New York State is hosting a virtual town hall and a series of listening sessions with State agencies in recognition of May as Asian American Pacific Islander Month. More information is available here.
Teaching About America’s Racial History. We heard from students and alumni in an anti-racism town hall last summer about the need for more-focused coursework – perhaps a required general education course – on the history of racial violence, injustice, and inequity in America and its continuing contemporary consequences. These curricular values are also woven into the current general education discussion spurred by the SUNY GEAC initiative, discussed in yesterday’s Faculty Senate meeting. These frames were in my mind as I listened this past weekend to a TED Radio Hour interview with author Isabel Wilkerson speaking on migration, in particular the “Great Migration” of African Americans out of the South from World War I until the 1970s. She captured this history in such a compelling way in her book “The Warmth of Other Suns.” Her TED Talk, titled “The Great Migration and the power of a single decision” is also compelling and well worth an investment of time. She spoke about the decision to migrate as a very personal one with multiple losses and other consequences, and the experiences of migrants, with frequent reference to “caste” in America, as addressed in another of her books also worth reading (Caste: The Origins of our Discontents).
In the interview, Wilkerson shared that many African American parents or grandparents who moved out of the South during this migration never spoke to the next generation about the horrors that they left behind. As I listened to her talk, I thought “How many of our students have no idea of this history and what it means for contemporary America?” It continues to matter that, as Wilkerson wrote in Caste, “It is a measure of how long enslavement lasted in the United States that the year 2022 marks the first year that the United States will have been an independent nation for as long as slavery lasted on its soil. No current day adult will be alive in the year in which African-Americans as a group will have been free for as long as they had been enslaved. That will not come until the year 2111.” This legacy and its effects deserve to be better understood in the academy and among the students who it seeks to educate.
I am deeply respectful that the curriculum is the primary purview of the faculty and am always hesitant to weigh in, much less push, on curricular matters. But those thoughts compel me to include this section of my report and to strongly encourage the faculty to pick up the mantle of change that is demanded here. I also harken back to the previous section of this report about Asian and Asian American and Pacific Islanders to encourage attention to the multiple forms and groups of people targeted by race-based discrimination that have characterized our past and our present.
Budget. I regrettably do not have much new information about the budget to share, as budgetary news from SUNY is coming out in stages. It is also a challenge to track our “Other than Personal Services (OTPS)” expenditures this year because of SUNY changes in how we could encumber funds. One small bit of good news is that our 5% reduction in taxpayer support this year was calculated on the actual direct taxpayer expense (about $13 million) rather than the full $16 million that includes a fringe benefit allocation – that is really “wonky” to understand. The impact is a difference of just over $100,000 in our reduction this year. We welcome every piece of good news like this, even though it is a small fraction of the multi-million dollar budget deficit we must overcome.
In response to a question at last week’s faculty meeting, I shared that during the summer we would be communicating new information about the budget as it becomes known to us. We are also considering a budget forum (virtual) when we know more, probably in the last half of June. The Budget Advisory Committee has been discussing the possible structure and content of such a forum, at which we would both share information and provide an opportunity for questions.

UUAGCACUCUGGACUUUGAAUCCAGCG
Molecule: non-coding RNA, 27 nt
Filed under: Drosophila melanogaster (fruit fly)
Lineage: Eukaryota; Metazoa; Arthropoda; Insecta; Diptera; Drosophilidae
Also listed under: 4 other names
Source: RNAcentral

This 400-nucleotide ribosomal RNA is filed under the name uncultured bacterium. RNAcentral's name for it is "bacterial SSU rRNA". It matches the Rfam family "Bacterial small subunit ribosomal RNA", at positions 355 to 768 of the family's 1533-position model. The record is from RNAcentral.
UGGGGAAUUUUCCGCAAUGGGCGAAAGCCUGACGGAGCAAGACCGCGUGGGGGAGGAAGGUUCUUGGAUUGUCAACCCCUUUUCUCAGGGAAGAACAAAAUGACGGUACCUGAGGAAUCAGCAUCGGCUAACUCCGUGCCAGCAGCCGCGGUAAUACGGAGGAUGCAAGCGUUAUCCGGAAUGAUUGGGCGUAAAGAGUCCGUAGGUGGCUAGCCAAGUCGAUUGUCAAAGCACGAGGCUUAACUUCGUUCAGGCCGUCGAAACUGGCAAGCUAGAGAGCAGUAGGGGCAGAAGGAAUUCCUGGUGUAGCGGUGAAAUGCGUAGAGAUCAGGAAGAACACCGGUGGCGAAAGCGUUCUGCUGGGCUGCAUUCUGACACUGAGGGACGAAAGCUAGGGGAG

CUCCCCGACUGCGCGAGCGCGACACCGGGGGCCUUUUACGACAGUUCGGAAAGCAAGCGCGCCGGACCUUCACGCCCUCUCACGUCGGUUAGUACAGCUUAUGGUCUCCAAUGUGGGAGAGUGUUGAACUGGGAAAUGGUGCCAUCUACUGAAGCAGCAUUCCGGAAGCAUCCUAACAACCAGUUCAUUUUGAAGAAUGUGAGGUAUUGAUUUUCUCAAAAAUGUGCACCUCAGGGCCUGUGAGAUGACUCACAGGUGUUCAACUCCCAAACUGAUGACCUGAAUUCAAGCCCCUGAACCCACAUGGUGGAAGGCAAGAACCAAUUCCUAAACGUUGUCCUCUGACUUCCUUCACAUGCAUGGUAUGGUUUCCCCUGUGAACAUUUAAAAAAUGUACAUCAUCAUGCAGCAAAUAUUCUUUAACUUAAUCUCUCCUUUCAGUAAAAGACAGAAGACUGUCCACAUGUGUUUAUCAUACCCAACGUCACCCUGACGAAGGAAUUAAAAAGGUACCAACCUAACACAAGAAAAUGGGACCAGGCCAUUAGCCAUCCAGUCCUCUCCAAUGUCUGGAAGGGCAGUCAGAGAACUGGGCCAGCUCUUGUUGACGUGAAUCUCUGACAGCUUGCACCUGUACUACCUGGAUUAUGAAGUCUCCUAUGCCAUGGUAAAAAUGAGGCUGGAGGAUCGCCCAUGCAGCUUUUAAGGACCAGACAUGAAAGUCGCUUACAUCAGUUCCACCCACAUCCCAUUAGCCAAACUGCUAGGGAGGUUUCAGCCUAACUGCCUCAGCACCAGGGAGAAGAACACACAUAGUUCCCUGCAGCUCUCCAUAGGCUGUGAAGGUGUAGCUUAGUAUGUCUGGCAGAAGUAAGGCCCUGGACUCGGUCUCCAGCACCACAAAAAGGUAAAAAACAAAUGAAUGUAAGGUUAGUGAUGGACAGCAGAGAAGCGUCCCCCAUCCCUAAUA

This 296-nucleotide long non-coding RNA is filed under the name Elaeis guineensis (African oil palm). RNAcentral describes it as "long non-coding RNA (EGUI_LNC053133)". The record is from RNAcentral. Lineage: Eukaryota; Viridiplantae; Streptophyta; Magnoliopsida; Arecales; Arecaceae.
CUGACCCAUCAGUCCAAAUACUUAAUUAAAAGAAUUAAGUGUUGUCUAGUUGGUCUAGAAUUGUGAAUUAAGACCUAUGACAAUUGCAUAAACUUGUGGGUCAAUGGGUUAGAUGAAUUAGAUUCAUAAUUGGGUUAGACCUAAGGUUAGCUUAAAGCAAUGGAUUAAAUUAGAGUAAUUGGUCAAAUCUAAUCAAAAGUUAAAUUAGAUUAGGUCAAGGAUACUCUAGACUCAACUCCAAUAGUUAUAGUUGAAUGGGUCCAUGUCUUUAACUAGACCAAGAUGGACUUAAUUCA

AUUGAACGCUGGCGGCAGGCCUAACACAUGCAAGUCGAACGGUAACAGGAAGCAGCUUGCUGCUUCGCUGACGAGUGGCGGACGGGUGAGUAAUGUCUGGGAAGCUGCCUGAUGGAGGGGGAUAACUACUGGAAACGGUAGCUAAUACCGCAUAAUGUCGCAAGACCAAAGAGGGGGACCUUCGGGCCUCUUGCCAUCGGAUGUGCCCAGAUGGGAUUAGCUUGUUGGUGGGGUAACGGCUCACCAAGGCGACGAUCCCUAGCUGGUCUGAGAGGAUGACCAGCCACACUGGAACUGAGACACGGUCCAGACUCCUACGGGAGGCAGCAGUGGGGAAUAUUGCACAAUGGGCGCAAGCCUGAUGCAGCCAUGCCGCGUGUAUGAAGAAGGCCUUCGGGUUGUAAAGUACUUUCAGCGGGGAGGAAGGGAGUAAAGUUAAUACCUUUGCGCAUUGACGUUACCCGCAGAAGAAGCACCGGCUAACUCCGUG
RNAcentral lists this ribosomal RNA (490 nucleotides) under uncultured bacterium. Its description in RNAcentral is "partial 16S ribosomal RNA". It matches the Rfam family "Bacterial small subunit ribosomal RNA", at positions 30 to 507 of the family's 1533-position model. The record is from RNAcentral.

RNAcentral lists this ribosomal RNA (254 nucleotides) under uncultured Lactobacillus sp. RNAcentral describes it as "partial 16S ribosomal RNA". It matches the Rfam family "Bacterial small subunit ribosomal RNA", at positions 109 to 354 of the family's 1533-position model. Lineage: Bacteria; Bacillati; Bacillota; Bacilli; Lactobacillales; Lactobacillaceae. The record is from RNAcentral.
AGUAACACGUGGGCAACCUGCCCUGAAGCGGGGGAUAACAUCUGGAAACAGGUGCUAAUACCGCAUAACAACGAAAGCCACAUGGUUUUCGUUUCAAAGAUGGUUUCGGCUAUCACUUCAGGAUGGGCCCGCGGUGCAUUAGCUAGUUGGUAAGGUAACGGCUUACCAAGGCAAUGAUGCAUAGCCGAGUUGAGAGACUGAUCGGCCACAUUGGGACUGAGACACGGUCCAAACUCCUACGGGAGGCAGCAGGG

Enrollment. I believe the best way to characterize our current assessment of fall semester enrollment is that it is perhaps not as bad as we thought it would be, but not as bright as we want it to be. Graduate applications are down, but some programs are still able to recruit full cohorts of students. Graduate and Extended Learning is working on technical and reporting issues associated with the rollout of Slate. Graduate applications and admissions will continue for many programs throughout the summer. The COVID-19 situation in India, and the closure of embassies and halt in student visa processing, is having severe impacts on both undergraduate and graduate enrollment. Planning is underway to perhaps engage at least some of the many dozens of interested Indian computer science graduate students virtually for the fall semester, with the hope that they will be able to come to the U.S. in the spring.
Fall semester enrollment of current undergraduate students is down 9-13% from the past two years, depending on the comparison. Some of that reflects more students graduating this year. We are concerned that more than 250 current juniors and about 180 current seniors had not registered for fall semester classes as of a week ago. Survey results suggest non-registered students are burned out, and some were not as informed as they should be about timing and process to register. Actions are being taken to connect with those students. We are concerned that course availability, in part due to reduced section sizes to accommodate social distance requirements, is hampering enrollment. We are in communication with SUNY to encourage their advocacy to lessen, ideally eliminate, social distance requirements in classrooms where students are masked (and ideally 100% vaccinated).
Summer enrollment is generally on par with last year. Fall 2021 new first-year student deposits are well above last year, and slightly above 2019 – a positive sign, but it is still uncertain if we will reach our very ambitious enrollment target. Transfer student applications and deposits are below those of 2019; the best assessment right now is that we may not reach our (ambitious) target, but will come closer than we thought we would a month ago. First-year and transfer applications are still coming in, and the roughly one-month lag in applicant behavior gives us further reason to hold out hope.
Chancellor’s Awards for Excellence. It is always rewarding to announce each year’s recipients of the Chancellor’s Awards for Excellence, and it’s a special pleasure to celebrate during this pandemic. Please join me in congratulating each of these colleagues for their selection as this year’s awardees. You can learn more about the accomplishments and contributions of each awardee in an upcoming Daily Digest. We hope to have in-person meetings of the academic and professional faculty and the classified staff in the fall, and will present these awards at the first opportunity: